So the Rally Against Debt was held this weekend, a Right Wing answer to the recent TUC organised march - http://rallyagainstdebt.org/. It was never really going to attract many, barely in the hundreds. Not that many people are so vehemently in favour of government cuts so as to shout about it in the centre of London. However, that’s not to say there aren’t many who support the rally in principle and many more who understand the need for deficit reduction and public spending cuts.
Completely different motivations are involved in the different sides of the arguments and certain groups are more disposed to protesting. The particular ‘pro-cuts’ groups that make up the likes of ‘Rally Against Debt’ are essentially quite extreme and the numbers at the rally, in many ways, irrelevant.
Something much more relevant occurred recently, a truer reflection of public opinion. Not the protests on the 26th March of course, which went off pretty much as expected…
No surprises with the groups that attended the march and no surprise how it all ended…
Shocking images from the Right Wing press...
The numbers in attendance were quite high, though estimates have varied throughout the media it could have been close to 500,000. More than many expected.
But did we see the true feelings of the nation, the ‘majority’ as the anti-cuts campaigners claim? The anger of a nation and the beginnings of a revolt, akin to the turbulence seen in the Arab world?
Well as I predicted the usual suspects, the parties with a vested interested and many with plenty of time on their hands… They turned up and made a lot of noise. And apparently a lot of the ‘anarchists’ were mighty upset by the end of the night, but it’s hard to say that the protesters as a whole were representative of anything wider than their specific groups, the groups I’ve previously identified.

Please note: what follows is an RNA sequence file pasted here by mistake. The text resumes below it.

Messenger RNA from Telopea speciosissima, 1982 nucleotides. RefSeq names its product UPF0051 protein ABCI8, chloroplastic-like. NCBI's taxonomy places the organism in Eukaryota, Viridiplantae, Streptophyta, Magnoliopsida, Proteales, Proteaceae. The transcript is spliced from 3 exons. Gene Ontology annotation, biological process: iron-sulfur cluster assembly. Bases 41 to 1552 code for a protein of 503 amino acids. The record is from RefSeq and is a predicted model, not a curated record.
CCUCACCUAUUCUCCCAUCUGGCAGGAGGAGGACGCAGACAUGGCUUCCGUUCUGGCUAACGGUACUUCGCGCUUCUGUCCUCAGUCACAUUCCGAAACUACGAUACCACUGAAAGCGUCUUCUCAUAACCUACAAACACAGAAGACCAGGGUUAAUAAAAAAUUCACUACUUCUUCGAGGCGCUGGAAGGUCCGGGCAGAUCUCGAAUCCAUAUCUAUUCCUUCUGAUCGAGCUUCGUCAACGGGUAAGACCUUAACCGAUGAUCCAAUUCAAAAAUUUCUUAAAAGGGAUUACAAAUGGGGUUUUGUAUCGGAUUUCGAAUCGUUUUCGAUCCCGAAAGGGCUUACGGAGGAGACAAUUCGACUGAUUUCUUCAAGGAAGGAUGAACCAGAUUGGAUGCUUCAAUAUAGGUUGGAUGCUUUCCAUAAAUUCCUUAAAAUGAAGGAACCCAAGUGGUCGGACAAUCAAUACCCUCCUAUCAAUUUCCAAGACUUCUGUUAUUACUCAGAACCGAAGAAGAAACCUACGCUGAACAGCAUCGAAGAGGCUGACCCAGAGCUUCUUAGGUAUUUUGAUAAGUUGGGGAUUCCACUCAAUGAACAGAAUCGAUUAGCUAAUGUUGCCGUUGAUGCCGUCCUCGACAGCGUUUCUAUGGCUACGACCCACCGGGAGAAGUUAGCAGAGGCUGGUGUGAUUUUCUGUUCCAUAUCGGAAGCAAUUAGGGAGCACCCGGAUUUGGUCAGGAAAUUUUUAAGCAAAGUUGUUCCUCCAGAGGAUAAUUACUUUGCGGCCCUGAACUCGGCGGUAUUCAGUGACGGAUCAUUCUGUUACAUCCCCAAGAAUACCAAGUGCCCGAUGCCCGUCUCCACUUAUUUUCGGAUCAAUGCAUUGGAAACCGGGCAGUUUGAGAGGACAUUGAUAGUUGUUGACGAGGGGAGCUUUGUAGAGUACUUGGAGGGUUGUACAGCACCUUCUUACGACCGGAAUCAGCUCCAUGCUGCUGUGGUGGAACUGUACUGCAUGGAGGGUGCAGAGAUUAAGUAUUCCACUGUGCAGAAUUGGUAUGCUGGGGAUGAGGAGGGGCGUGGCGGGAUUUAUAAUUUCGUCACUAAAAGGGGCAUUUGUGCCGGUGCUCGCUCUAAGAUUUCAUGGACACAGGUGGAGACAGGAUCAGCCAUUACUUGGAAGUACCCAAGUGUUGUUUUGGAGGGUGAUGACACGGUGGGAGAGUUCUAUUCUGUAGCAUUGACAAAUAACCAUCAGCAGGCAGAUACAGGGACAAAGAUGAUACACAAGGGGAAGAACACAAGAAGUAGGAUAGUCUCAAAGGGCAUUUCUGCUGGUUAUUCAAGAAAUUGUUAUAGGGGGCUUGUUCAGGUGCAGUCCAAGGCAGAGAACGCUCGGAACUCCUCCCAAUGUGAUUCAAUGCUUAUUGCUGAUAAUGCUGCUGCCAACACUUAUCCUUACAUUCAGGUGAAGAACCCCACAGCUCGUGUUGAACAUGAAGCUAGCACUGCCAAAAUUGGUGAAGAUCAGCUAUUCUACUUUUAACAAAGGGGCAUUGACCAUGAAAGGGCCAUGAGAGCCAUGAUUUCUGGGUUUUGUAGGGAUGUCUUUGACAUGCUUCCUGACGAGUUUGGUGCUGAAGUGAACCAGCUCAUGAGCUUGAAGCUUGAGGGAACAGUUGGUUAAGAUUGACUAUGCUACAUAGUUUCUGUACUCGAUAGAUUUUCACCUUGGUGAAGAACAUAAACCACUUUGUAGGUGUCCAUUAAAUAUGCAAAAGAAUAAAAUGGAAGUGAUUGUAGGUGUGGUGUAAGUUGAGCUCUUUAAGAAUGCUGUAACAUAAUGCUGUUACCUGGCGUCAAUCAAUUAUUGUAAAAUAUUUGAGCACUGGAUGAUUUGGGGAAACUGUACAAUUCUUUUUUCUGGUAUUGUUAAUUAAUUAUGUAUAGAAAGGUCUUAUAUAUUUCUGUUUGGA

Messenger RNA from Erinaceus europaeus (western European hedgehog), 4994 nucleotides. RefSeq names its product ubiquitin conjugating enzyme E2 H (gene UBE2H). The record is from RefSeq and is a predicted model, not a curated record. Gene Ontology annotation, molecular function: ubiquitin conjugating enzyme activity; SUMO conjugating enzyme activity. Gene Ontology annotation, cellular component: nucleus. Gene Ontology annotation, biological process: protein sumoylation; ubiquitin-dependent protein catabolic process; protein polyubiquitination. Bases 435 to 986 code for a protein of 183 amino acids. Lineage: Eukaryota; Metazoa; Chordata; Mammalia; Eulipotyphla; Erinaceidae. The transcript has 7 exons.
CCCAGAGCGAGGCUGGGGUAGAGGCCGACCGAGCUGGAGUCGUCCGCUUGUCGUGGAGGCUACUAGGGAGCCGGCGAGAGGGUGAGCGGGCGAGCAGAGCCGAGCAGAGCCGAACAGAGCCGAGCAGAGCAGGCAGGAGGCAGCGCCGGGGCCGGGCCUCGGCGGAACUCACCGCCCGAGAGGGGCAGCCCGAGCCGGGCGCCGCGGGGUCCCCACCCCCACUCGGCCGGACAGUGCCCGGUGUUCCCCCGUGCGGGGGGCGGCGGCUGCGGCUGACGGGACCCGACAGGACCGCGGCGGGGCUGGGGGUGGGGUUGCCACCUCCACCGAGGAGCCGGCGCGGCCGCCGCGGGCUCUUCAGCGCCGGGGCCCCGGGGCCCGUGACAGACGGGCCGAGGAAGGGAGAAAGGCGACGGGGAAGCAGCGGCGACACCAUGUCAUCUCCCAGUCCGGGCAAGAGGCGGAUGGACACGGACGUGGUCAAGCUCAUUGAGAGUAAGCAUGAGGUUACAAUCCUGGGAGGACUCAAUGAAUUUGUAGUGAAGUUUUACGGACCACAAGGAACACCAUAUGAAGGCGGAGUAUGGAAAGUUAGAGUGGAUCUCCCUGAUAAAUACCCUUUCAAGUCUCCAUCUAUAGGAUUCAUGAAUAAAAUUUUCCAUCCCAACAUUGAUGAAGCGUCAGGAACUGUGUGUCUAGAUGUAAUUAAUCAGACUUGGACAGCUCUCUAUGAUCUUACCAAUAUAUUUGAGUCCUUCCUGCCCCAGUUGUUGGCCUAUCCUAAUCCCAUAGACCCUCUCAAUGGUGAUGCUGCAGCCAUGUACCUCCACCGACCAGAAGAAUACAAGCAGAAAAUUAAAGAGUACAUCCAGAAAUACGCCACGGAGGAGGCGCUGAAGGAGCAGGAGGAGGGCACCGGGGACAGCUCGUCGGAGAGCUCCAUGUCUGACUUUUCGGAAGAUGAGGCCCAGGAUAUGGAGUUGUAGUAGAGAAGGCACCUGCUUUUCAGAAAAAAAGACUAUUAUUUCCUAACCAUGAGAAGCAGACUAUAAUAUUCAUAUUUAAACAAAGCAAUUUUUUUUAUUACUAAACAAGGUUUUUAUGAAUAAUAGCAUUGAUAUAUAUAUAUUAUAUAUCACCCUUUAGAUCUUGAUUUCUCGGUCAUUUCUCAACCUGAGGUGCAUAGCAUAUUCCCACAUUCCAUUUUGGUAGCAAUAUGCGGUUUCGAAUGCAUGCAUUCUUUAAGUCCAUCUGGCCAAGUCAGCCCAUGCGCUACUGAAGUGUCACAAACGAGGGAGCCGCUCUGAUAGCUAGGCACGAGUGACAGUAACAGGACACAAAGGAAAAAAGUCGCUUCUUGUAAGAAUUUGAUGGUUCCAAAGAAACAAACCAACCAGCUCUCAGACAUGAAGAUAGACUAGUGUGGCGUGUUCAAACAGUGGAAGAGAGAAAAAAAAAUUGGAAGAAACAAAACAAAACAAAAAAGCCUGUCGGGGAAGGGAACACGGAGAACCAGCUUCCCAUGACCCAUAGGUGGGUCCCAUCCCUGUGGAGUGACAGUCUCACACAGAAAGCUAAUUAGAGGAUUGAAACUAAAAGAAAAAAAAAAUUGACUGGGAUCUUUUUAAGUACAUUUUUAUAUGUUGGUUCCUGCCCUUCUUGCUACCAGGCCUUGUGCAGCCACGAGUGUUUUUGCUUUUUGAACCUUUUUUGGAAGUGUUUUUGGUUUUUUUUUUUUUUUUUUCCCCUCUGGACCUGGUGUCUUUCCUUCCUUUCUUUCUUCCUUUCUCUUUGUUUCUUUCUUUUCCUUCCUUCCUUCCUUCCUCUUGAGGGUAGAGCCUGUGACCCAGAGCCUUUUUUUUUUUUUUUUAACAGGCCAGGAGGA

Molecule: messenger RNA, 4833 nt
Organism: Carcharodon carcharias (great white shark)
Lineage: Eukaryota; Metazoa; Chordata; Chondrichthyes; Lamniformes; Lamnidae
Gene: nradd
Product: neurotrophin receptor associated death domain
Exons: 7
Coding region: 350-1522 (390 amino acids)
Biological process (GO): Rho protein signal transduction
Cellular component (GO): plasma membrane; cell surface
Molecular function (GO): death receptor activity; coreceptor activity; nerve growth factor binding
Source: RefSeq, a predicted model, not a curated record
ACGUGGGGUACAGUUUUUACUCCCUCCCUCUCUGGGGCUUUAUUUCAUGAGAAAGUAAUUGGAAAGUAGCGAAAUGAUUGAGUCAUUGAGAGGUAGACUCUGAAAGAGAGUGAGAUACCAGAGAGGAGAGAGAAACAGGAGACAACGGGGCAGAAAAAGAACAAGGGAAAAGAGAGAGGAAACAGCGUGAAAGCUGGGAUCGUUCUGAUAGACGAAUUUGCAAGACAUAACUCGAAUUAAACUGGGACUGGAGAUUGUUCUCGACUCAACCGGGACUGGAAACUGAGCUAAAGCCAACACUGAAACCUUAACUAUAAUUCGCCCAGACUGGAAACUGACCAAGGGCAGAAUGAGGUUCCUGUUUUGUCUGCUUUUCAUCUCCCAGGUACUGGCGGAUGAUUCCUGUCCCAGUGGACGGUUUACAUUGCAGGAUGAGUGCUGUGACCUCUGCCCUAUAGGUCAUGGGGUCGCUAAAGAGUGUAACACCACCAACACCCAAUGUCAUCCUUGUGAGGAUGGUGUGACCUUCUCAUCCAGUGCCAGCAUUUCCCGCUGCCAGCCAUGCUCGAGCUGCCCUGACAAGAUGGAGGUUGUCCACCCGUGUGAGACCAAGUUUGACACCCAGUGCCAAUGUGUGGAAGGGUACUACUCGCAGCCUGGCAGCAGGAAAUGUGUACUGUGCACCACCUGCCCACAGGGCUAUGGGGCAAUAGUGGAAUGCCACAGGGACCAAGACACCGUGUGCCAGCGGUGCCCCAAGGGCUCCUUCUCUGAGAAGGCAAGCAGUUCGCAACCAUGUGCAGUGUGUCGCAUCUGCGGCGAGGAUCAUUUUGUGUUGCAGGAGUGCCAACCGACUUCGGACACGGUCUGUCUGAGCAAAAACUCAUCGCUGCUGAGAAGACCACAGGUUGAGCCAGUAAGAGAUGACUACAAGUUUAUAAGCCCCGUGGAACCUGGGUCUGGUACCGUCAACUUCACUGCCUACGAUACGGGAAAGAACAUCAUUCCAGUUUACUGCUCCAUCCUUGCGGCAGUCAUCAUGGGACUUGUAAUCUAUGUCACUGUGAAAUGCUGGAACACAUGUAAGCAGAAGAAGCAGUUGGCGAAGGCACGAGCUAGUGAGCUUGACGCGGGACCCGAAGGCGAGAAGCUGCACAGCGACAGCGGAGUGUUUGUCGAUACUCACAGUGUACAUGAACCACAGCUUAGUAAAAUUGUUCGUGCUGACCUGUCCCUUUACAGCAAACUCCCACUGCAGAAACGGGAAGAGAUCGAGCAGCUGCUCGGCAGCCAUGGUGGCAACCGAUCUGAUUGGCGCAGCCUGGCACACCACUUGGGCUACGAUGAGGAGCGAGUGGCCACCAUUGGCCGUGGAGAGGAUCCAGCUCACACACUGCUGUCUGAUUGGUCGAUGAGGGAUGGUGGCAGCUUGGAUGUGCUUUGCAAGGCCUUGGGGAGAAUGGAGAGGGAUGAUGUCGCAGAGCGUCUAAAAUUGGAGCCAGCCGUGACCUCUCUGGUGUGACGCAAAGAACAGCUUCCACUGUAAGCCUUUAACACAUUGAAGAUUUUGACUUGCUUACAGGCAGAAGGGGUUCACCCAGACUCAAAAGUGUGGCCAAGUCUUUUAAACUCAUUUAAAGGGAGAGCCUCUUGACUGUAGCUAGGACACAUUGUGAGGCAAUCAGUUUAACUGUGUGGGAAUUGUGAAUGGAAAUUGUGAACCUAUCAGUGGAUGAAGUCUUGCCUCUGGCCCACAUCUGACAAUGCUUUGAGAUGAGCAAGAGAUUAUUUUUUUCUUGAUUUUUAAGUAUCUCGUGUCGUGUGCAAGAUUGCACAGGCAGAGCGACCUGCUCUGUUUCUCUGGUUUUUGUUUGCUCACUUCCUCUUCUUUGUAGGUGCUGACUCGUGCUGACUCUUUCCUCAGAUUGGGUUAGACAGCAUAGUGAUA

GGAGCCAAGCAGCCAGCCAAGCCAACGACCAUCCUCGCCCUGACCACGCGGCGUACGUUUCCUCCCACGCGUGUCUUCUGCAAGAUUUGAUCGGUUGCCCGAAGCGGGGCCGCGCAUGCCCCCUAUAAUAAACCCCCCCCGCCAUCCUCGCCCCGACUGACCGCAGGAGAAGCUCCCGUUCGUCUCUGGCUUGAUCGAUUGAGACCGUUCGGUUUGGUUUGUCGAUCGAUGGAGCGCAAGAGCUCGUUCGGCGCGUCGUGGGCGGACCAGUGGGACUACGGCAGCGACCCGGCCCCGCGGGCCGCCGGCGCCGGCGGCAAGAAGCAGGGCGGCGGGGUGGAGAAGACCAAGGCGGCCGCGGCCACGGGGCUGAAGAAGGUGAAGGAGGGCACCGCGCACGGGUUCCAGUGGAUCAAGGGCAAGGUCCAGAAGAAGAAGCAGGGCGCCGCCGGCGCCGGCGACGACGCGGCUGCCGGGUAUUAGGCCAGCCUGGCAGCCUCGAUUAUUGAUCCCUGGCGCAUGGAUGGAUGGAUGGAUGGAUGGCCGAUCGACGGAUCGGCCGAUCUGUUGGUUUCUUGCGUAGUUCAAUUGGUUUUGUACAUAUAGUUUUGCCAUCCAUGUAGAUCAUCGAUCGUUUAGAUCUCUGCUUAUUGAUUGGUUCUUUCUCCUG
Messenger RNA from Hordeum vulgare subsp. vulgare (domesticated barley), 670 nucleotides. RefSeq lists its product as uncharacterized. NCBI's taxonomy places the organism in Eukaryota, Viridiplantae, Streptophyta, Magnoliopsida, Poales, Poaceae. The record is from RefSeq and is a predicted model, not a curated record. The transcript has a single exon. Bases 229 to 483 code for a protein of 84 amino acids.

Aside from the arrests, everyone went home quietly and not much has happened since. They haven’t built much momentum; it seems to have gone pretty quiet since then, no occupation of Trafalgar Square, no rising in the streets. In fact everything turned to the Royal Wedding and those people lined the streets. Protesting placards and revolutionary cries turned to flags and patriotic fervour.
London - 26th March
London - 29th April
Traditional Policing for the Royal Wedding
Controversial Methods for Anti-Cuts protests
There were two faces of the same country and you could examine the intricacies of the groups represented at these two events, but since then we’ve had a number of different and very significant votes; the local and regional elections and the referendum on electoral reform. As I mentioned in the last post; isn’t it these actions of democracy that represent the true feelings of the population at large? Of course it is, or at least, of course it should be…
If so many people are motivated to take to the streets and let their strong feelings be known, then surely they and so many more not quite as motivated, would make it to the ballot box?
http://www.bbc.co.uk/news/special/election2011/council/html/england.stm - Public opinion?